A friend once told me about buying her mother a bottle of exquisite, expensive perfume. As she wrapped the gift, my friend reveled in the thought of her mother spritzing herself lightly and then going out into the world, blessing all she passed with this sublime fragrance, and of course enjoying the lovely scent herself.
Many years went by. I think my friend said seventeen. Now my friend was helping her mother move into a retirement apartment. After boxing up clothes and packing up possessions, my friend began cleaning out her mother’s refrigerator. And there nestled between the mustard and mayonnaise was the bottle of perfume from so long ago, still as full as the day it had been given.
My friend turned to her mother and gently asked why her perfume was in the refrigerator and why it had gone unused. “I love that perfume,” her mother said. “I’ve been keeping it away from light and heat, saving it for a special occasion.”
“Let’s enjoy a little of it now,” my friend suggested, taking her mother’s wrist and applying a wisp of scent. Her mother blew on her skin and then put her nose to her soft flesh.
Her face curled into a question mark. “I am getting old. I can’t smell anything.”
My friend took her mother’s arm and leaned in. “I can’t smell anything either. I suspect your perfume lost its fragrance sitting in the refrigerator all these years.”
A story told many years later, my friend’s sadness was still palpable. She had only wanted to spoil her mother but her mother had not grasped her loving intent. Or perhaps she didn’t trust it.
This morning we are talking about the third of our Five Smooth Stones, Bring Your Brain. We began our series with Love Wins, a claim anchored in our Easter faith which asserts that hate, indifference, abuses of power, and fear cannot prevail. God’s love wins.
Last week we explored what we mean when we say This World Matters. Or better yet, This Life Matters. We are not here on earth to secure a seat in heaven. Rather we are here to revel in and give praise for everything and everyone God has created.
Wherever and whenever we find life’s fabric tattered or torn, our sacred task is to help God repair it. (For an excellent example of this, go see the film Just Mercy or read Brian Stephenson’s book with us later this year.)
Today we turn our attention to our third smooth stone, Bring Your Brain.
Before we explore what we mean when we say this, let’s spend a minute or two thinking about what we don’t mean.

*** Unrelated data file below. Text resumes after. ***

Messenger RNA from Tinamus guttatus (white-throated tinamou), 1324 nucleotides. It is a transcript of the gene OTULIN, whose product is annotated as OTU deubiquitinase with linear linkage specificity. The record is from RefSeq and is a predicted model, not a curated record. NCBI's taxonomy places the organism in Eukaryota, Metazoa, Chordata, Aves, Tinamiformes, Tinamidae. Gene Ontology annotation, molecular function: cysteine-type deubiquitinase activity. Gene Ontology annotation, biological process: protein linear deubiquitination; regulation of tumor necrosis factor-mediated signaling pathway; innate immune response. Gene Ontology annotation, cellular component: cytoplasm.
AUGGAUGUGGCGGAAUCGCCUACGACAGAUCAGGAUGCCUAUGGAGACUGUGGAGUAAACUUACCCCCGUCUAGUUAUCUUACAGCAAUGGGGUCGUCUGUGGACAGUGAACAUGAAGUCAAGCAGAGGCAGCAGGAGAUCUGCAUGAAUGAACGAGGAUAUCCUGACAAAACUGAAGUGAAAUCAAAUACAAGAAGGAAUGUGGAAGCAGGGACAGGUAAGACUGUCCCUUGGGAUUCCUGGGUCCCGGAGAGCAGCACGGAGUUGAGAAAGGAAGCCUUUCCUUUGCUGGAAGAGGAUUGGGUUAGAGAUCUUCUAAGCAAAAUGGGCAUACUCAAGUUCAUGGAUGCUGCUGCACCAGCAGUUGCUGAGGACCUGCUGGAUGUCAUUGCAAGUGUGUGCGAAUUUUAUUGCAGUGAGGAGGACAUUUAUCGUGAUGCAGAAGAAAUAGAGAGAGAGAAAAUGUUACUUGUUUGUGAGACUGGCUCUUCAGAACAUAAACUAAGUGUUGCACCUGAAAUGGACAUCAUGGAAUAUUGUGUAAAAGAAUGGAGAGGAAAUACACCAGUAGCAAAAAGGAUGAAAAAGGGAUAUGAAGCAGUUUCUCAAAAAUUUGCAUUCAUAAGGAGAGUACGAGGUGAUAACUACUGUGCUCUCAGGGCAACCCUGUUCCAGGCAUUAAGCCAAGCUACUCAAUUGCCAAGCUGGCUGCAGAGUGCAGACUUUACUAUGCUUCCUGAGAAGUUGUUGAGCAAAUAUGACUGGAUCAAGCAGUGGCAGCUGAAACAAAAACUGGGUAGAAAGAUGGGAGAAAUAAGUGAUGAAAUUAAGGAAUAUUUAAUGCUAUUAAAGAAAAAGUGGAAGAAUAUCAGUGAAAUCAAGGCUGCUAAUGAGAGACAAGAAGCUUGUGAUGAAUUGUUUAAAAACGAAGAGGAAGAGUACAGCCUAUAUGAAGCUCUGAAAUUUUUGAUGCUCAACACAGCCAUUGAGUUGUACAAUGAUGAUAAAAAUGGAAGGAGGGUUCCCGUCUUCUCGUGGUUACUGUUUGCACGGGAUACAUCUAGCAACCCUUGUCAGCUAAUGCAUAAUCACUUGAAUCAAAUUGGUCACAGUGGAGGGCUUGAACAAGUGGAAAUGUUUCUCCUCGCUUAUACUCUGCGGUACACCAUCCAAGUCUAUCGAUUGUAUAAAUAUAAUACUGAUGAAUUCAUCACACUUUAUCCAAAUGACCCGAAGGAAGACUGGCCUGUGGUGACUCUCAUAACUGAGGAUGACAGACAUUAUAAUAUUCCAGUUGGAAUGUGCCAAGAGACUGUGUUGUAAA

First, Bring Your Brain is not a call to become Christian intellectuals.
Secondly, Bring Your Brain does not imply that only our grey matter matters and nothing else about who we are counts—not our bodies, our feelings, our experiences, our dreams, our relationships, or our intuitions.
Finally, Bring Your Brain is not about Community Spirit exclusively, something we get to do when we’re together. The reach of this claim is great and it’s vital. Life-saving, even. It’s part of the good news we have been given to share with those beyond our walls, whether they ever worship with us or not.
What do we mean when we say Bring Your Brain, then?
To say Bring Your Brain is to insist that God has blessed us with the most incredible gift: the capacity to think and reflect and question and conjure up fresh ideas and imagine new possibilities.
Like the perfume my friend gave her mother, our brains are exquisite. It grieves God whenever we set our minds on the metaphoric refrigerator shelf, never or rarely to be used and enjoyed.
Consider for a moment the seemingly innocuous religious bumper sticker that goes something like this: “The Bible—God said it. I believe it. That settles it.”
In Jesus’ Jewish community, asking questions of scripture, hypothesizing when there were gaps, playfully and soulfully generating a variety of understandings and interpretations, all were evidence of profound respect for the scriptures. Not evidence of disrespect or disbelief.
To say Bring Your Brain is to insist that scripture is much more than God’s worm on a hook, something we must swallow whole if we are going to let God catch us.
Bring Your Brain has everything to do with the way we read and regard scripture. But it’s more than that. It asks us to engage in reflection brought on by the living of our lives.
When we were talking about Love Wins several weeks ago, I shared that when Rob Bell was pastoring Mars Hill Church years ago someone left a note on a portrait of Gandhi that read “Too bad he’s in hell now.”
Thinking long and hard about this assertion is what gave rise to Rob Bell’s book Love Wins and, more importantly, set Bell on a spiritual journey that I have no doubt will continue for the rest of his life.
When you and I say Bring Your Brain, we are insisting that God wants each and every person to think, learn, question, test, imagine, and yes, even entertain doubt and healthy skepticism. God doesn’t just hope we will think, learn, question, test, imagine and make room for doubt and healthy skepticism, God rejoices when we do.
Belonging as we do to a free-thinking and open-minded church, we may not fully appreciate how the other half of Christendom lives. We may fail to grasp the real torment some suffer for being told that to ask a thoughtful, sincere theological or scriptural question is to risk falling in league with the devil himself.